Google has become so good at working out what we’re looking for, that you could say that an element of unpredictability has been lost from the whole search engine experience.
In the 1990s, I remember being too cheap to buy a TV guide and trying to search for the TV listings for the week ahead, then print them out as a home-made, self-researched guide. It was an absolute chore. Whatever search engine I was using (probably Yahoo!) appeared totally confused by what a ‘TV guide’ was, and seemed to think I was looking for some sort of guide to installing a television. It had no idea what country I was planning to watch TV in either. In the end, I gave up and bought a Radio Times, or cheaper equivalent to it.
Today, one can simply Google ‘TV guide’ and find the excellent TVGuide.co.uk, and there’s no need to do anything archaic like print it out as I can access it on my phone while I’m in front of the TV.
However, if you’re appreciative of the car boot or jumble sale quality of finding something you weren’t looking for online, you might glean some enjoyment from the quirky search engine at MysterySearch.
Brilliantly, what you’ll find from using this search engine is almost certainly not what you’re looking for, but rather what the person before you was looking for.
I took it for a spin and decided to search for my favourite football team, Chester FC. I waited nervously to find out what MysterySearch would conjure up for me, and got…maple syrup!
There aren’t many similarities between the two, other than that both show a lot of bottle but often get stuck to the bottom. Nonetheless, it’s oddly satisfying to finish off somebody else’s search process. These are the results another internet user never got to see.
Better yet, whatever the person after me searched for, they would have got a load of results about my football team, including the official site, Wikipedia page, fans’ forum Deva Chat and the club’s BBC page. They would also have learned that we beat Braintree Town 2-1 on Saturday.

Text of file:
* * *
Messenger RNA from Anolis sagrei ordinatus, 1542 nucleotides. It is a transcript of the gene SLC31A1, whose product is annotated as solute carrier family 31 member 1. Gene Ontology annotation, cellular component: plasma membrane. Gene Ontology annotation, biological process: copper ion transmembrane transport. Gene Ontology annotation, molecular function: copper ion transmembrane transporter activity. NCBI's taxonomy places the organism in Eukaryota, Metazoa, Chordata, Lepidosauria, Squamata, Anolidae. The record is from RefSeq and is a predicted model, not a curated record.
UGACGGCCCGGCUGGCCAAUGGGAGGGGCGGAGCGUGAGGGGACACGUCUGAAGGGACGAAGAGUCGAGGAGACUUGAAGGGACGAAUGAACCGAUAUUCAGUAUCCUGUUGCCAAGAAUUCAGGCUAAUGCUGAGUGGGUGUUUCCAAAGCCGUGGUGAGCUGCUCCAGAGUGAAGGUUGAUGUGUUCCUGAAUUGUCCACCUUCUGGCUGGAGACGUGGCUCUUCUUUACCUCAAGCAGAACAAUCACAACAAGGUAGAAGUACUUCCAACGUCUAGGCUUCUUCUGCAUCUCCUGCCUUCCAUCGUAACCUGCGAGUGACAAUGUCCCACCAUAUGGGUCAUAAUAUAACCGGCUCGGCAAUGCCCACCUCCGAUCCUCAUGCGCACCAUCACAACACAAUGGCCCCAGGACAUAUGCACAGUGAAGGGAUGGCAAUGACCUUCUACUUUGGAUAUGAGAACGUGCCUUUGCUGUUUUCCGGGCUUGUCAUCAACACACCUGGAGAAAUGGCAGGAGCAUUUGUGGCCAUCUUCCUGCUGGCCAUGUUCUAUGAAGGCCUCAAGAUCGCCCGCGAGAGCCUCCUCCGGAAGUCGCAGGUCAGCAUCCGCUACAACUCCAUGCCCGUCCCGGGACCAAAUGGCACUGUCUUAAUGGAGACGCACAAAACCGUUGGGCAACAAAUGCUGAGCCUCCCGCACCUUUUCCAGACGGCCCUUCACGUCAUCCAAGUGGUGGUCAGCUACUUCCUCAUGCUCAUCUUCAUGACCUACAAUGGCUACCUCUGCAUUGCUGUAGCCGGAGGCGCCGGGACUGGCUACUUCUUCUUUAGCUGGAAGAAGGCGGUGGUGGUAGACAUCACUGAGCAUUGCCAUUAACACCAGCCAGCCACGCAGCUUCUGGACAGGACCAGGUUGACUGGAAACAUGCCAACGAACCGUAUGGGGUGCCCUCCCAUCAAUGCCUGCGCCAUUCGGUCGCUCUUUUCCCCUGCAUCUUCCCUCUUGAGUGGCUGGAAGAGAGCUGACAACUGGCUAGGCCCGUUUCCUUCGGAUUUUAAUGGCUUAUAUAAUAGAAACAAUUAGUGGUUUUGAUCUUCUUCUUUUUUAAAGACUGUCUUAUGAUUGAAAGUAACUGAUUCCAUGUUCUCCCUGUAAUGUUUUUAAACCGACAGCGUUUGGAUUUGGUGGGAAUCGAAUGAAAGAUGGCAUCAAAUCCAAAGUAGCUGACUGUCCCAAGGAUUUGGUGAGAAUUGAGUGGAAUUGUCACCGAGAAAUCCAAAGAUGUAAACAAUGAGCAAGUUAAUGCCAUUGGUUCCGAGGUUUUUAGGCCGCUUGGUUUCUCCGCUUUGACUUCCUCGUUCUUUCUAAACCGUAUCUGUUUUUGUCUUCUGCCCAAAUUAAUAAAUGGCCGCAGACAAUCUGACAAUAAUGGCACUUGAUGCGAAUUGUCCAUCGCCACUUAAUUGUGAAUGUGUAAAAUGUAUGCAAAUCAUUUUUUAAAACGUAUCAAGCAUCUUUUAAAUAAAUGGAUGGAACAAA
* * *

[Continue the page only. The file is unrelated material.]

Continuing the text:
The internet has so much ‘stuff’ on it, that it’s easy to stumble upon something and get completely distracted by it. What’s more, its vastness can lead to ingenuity.
Try going to Wikipedia, making sure you’re in desktop mode, and searching for a ‘Random article’ from the left-hand menu. I did this 10 times and I got pages about:
- An 1879 novel called ‘Sir Gibbie’ by Scottish author George MacDonald
- A South Korean singer and actor who goes by the stage name ‘Rain’
- A deceased Romanian actor called Adrian Pintea
- John Chaldos, a Byzantine general who lived from 995 to 1030
- The North Avenue Rural Historic District, a historic, agricultural part of Massachusetts
- A 1985 teen comedy film called ‘Mischief’
- Lambert’s Castle, an Iron Age fort in Dorset
- A page about Group A of a minor basketball tournament from 2014 called EuroChallenge
- A list of people from San Marcos, Texas
- Zaña Valley, a Peruvian archaeological area
What do these 10 things have in common? Well, not much, except that I know nothing about any of them. I think I’ve heard of San Marcos but I only knew of one of the people from there – former US President Lyndon B. Johnson. With it being so full of information, the internet is a sobering reminder that there’s an awful lot you don’t know.
In 2009, music website NoiseAddicts.com came up with a novel way to use internet randomness to decide your band name (Wikipedia), album title (QuotationsPage.com) and album cover (Flickr). I had a go and came up with ‘Everything Else is Secondary’ by Unachess. I’ve heard much worse, and this is a pretty funky album cover!
Another way you can use online information overload to have fun is to play The Wiki Game, where you can hop from one Wikipedia article to the next in a pursuit to find a given Wikipedia page, all while learning in the process.
The internet, aside from being big business and a vital commodity, is great fun. These little diversions are a reminder that we shouldn’t always allow Google to be our tour guide, but also make time for exploring its landscapes for ourselves.
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